Combinators for contracts

The work of Peyton Jones and Eber on specifying financial contracts with combinators (How to write a financial contract) has often cropped up here, but hasn't, I think, ever had its own story.

Since Yale has a vistor, Christian Stefenson, presenting a talk on Enterprise Resource Planning ( A Declarative Framework for Enterprise Systems), which based on the work of Peyton Jones & Eber, I thought it might be timely to raise this very interesting idea.

Some links

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I work in the financial industry and I have been trying to get through the financial contracts paper. I wish there was either a haskell class offered in the NYC area or a video similar to the famous SICP videos.

By the way, if some is interested in offering a haskell class, outside of several universities in the New York region, the best venue is probably "New York Institute Of Finance." They are a for-profit organization that offers courses for people in the financial industry. The lecturers get paid...don't know how much. (I am not affiliated with NYIF, but know of its positive reputation).

Haskell classes (a plug)

We do offer a FP course on our part-time professional MSc in Software Engineering at Oxford. Unlike most classes, it is a one-week intensive course, and our students come from all round the world; I usually have at least one student from North America and have had several from the finance industry. You'd be very welcome!


Thanks, I didn't know about this!

Haskell video lectures online

More Haskell video lectures

Slides and papers online

I have made the materials from today's talk available online.

Also see my main page:
Christian Stefansen

"Smart Contracts"

Nick Szabo's work on "Smart Contracts", in which any protocol (or object-oriented program) can be seen as a contract, seems to be relevant here. If the underlying language provides capability security then the object-oriented program or protocol actually enforces the contract in a strict sense. The real issue is that the language provides security (both in the language's semantics and the language's implementation, the latter requires cryptography); not whether it is functional or object-oriented or whatever. Almost any modern language provides enough abstraction ability to represent what is needed. But it's clear that manipulating combinators in a garden-variety object-oriented language is a little bit more cumbersome than in a language such as Haskell that has proper support for higher-order programming!

From the Lambda Wayback Machine :-)

Peter's right, of course, and we've talked about Smart Contracts a bit before (going back to 2003, in at least one instance): here and my somewhat intemperate, but hopefully useful, comment here; search the page for "smart contract" to get to the specific comment.

For what it's worth, I think Tim Sweeney is right on the money with respect to where he thinks the next mainstream programming language needs to go, but I was disappointed to see that his talk didn't mention security at all. In addition to reliability and concurrency, I would argue that the next mainstream language needs to get security profoundly right, which to me looks like taking the lessons from the object-capability security community and implementing them in a typed setting, drawing from Flow Caml and "An extension of HM(X) with bounded existential and universal data-types", mentioned here, for a type system that combines the dynamic bits with the static bits.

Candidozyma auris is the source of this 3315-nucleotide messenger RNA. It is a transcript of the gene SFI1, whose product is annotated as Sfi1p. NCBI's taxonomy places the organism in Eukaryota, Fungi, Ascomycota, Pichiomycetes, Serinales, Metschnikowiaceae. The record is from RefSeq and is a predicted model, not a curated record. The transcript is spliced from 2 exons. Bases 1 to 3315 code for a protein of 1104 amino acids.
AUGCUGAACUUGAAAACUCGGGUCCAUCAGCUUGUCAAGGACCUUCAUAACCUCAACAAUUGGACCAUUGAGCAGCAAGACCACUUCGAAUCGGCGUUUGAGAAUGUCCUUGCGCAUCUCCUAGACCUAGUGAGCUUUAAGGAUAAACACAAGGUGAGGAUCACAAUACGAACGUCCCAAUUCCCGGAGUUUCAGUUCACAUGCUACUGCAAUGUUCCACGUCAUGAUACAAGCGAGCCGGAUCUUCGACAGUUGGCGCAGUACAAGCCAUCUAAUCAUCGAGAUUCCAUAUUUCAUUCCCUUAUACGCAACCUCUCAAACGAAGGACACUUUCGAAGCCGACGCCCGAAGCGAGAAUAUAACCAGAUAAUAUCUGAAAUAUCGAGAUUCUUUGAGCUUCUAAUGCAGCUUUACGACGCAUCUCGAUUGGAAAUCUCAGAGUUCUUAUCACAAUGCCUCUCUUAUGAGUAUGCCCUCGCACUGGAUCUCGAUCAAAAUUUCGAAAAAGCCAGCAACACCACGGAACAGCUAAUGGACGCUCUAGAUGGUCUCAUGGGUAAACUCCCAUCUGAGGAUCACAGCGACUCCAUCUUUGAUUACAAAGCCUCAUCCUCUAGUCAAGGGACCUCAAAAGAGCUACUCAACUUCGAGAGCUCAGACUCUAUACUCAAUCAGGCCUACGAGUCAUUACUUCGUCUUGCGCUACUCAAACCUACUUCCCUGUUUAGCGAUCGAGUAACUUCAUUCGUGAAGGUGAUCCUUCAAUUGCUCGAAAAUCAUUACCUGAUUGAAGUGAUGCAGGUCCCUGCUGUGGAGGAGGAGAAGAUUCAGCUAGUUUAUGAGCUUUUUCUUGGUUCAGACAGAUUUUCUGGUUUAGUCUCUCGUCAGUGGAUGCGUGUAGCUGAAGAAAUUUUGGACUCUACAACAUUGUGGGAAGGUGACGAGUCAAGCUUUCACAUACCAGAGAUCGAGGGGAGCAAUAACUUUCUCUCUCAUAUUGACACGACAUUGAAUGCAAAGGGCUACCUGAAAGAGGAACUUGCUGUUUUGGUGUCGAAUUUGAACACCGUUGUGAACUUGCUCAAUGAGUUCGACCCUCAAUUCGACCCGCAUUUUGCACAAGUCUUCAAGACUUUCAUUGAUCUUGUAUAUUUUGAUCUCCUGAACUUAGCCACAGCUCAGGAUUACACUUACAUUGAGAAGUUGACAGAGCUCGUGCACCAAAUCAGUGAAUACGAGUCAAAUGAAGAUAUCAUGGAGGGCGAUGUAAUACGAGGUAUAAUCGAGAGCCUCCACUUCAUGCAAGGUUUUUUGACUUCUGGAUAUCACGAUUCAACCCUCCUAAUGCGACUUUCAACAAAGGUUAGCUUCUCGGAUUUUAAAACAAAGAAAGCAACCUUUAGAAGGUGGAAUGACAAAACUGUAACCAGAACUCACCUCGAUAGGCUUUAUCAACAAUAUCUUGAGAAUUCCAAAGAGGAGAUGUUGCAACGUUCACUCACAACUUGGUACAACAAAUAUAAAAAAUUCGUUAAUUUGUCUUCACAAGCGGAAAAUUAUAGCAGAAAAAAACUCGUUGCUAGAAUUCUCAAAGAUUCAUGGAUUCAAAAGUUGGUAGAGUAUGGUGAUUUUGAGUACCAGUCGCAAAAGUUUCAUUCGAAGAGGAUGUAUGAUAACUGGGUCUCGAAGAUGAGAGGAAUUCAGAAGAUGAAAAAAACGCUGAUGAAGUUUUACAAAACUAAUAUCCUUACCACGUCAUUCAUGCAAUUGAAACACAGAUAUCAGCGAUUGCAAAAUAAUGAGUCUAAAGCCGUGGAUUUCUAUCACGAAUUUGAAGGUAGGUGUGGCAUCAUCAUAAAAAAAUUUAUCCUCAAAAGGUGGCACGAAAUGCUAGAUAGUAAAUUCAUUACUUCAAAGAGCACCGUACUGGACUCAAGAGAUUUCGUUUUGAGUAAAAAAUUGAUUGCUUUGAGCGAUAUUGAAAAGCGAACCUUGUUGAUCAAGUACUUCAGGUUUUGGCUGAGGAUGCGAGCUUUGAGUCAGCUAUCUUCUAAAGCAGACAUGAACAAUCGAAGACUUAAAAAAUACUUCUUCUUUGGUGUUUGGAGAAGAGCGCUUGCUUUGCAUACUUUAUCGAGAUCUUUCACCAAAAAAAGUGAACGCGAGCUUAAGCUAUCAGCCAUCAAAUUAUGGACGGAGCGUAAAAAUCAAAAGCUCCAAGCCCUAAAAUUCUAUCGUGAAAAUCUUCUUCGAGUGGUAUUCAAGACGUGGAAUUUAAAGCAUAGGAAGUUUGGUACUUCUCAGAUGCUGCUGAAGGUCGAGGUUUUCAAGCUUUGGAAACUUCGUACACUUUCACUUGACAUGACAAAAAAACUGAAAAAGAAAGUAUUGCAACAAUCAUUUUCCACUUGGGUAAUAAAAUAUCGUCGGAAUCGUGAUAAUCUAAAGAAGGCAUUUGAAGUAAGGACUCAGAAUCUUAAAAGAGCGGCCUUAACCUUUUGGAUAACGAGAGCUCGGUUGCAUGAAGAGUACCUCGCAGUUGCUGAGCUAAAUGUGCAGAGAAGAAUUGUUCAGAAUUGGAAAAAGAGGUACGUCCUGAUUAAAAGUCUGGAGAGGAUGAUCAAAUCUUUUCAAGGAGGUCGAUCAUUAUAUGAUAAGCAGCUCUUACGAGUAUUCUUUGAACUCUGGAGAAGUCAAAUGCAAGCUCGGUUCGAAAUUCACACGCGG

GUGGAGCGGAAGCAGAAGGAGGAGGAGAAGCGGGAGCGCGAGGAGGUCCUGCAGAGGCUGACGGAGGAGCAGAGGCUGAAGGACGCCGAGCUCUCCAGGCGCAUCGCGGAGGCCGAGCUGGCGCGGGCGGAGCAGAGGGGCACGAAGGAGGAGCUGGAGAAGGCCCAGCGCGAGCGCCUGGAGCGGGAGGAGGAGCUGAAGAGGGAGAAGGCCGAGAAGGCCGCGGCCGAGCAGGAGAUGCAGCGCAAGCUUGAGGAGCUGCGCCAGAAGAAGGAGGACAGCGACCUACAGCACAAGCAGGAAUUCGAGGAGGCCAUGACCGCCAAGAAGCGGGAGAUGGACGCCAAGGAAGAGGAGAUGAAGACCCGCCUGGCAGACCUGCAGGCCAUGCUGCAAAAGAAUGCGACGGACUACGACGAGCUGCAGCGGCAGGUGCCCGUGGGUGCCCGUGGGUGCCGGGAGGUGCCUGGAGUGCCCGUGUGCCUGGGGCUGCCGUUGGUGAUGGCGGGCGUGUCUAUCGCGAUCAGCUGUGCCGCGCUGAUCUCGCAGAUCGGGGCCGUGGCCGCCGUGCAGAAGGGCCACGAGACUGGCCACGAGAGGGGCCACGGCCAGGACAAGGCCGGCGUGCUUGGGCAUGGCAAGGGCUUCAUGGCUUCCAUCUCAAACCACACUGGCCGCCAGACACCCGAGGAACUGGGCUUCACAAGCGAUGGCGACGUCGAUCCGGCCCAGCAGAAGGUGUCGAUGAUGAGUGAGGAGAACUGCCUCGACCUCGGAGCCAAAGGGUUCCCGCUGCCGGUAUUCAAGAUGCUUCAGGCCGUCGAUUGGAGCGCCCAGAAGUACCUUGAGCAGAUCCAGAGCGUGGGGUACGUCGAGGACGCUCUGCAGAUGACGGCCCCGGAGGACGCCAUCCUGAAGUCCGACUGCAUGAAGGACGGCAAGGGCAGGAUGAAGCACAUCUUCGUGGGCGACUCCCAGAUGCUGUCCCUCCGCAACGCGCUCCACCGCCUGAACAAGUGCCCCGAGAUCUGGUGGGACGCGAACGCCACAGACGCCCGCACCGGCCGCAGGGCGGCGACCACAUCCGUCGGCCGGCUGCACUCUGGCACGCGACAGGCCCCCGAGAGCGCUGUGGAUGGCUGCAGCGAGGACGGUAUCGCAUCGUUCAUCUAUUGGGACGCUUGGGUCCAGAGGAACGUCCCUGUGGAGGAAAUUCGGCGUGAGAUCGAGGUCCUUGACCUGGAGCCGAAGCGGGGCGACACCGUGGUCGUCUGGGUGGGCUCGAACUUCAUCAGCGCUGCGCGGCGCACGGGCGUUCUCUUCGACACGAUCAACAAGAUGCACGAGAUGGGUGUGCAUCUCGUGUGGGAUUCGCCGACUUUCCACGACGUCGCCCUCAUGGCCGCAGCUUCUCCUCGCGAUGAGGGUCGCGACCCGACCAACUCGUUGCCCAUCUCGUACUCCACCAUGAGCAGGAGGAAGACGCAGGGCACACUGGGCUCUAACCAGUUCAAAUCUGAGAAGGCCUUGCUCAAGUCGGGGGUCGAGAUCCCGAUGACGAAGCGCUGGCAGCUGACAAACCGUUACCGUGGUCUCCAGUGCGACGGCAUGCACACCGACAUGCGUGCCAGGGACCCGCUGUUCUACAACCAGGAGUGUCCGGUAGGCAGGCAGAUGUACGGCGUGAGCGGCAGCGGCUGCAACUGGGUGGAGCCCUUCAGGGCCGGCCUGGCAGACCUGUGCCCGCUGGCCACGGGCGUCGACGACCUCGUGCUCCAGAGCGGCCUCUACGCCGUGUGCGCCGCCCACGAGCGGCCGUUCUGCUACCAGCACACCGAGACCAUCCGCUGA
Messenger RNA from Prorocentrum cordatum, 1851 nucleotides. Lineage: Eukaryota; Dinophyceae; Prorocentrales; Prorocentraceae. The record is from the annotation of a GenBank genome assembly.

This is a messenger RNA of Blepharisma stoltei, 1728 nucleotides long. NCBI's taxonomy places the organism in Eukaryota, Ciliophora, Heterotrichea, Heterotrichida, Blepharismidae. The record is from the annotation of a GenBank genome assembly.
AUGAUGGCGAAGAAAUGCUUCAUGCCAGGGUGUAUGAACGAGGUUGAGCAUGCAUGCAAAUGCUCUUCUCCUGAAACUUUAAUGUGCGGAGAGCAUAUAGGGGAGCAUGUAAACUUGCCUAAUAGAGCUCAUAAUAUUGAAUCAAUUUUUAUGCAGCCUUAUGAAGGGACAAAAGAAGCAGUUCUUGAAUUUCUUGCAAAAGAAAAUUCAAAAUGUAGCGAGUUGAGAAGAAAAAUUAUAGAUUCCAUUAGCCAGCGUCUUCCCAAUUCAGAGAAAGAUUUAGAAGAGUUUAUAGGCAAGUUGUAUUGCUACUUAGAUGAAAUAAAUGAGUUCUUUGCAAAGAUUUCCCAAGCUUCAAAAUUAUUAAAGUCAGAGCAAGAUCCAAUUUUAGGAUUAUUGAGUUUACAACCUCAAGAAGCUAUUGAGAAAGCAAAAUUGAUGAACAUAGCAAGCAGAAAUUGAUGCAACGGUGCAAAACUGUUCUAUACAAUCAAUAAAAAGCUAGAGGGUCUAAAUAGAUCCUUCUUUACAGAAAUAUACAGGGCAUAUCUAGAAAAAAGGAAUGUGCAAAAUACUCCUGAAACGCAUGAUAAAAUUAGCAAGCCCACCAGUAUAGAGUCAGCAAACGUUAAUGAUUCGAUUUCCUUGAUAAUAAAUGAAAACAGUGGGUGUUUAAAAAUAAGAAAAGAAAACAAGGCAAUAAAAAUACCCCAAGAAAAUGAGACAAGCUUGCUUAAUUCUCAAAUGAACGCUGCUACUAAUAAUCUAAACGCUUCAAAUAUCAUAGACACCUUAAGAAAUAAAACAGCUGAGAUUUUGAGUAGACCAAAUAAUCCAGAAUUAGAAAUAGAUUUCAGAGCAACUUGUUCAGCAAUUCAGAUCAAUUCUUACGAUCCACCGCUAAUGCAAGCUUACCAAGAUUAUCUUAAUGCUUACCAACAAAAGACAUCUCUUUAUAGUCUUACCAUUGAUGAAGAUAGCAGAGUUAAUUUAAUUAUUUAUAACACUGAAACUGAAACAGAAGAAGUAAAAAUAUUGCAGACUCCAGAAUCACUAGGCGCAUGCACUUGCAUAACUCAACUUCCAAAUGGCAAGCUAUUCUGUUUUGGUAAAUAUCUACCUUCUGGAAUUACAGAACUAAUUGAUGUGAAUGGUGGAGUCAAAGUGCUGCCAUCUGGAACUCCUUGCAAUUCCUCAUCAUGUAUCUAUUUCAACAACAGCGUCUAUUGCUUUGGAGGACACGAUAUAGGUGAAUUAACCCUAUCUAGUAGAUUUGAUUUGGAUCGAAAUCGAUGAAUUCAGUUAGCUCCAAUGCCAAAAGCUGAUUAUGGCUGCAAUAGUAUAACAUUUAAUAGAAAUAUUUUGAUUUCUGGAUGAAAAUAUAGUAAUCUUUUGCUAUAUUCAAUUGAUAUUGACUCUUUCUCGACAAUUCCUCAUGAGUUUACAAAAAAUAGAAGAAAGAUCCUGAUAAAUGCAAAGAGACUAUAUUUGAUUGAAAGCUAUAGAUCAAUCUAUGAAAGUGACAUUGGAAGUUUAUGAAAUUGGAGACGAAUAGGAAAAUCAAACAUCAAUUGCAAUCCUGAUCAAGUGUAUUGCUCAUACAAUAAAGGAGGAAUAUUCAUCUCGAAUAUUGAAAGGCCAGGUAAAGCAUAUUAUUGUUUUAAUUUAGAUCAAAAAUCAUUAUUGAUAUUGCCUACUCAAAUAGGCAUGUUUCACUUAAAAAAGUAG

Next mainstream language

In addition to reliability and concurrency, I would argue that the next mainstream language needs to get security profoundly right

I agree with this; this is one of the things I am going to touch on in my FLOPS 2006 invited talk. But I don't think that the next mainstream language will get it right. Maybe the one after that will, ten years from now. If you're in Japan this April, please drop by!

Ten years for security?

Why do you think it will take two generations of languages and ten years? Is it because the right approach is not known, or just a lack of emphasis?

Adoption Rate

I can't presume to speak for Peter, but I can think of reasons Peter might be right: first, I make the assumption that we want security in a typed setting. There's original work to be done there even if you take Flow Caml as a launching-off point.

But before we even get there, a connection needs to be made between the object-capability security community's efforts and any typed setting, as the best extant example of an object-capability programming language—E—is dynamically typed. My intution tells me that the lessons of E can be mapped to the type system of Flow Caml plus the work hinted at in "An Extension of HM(X) with Bounded Existential and Universal Data-Types," but that needs proving.

Finally, there are the obvious issues of probably doing something insufficient the first time, and the cycle of adopting yet another language that gets it right the second time. Such factors alone can easily introduce a decade into the widespread-adoption schedule.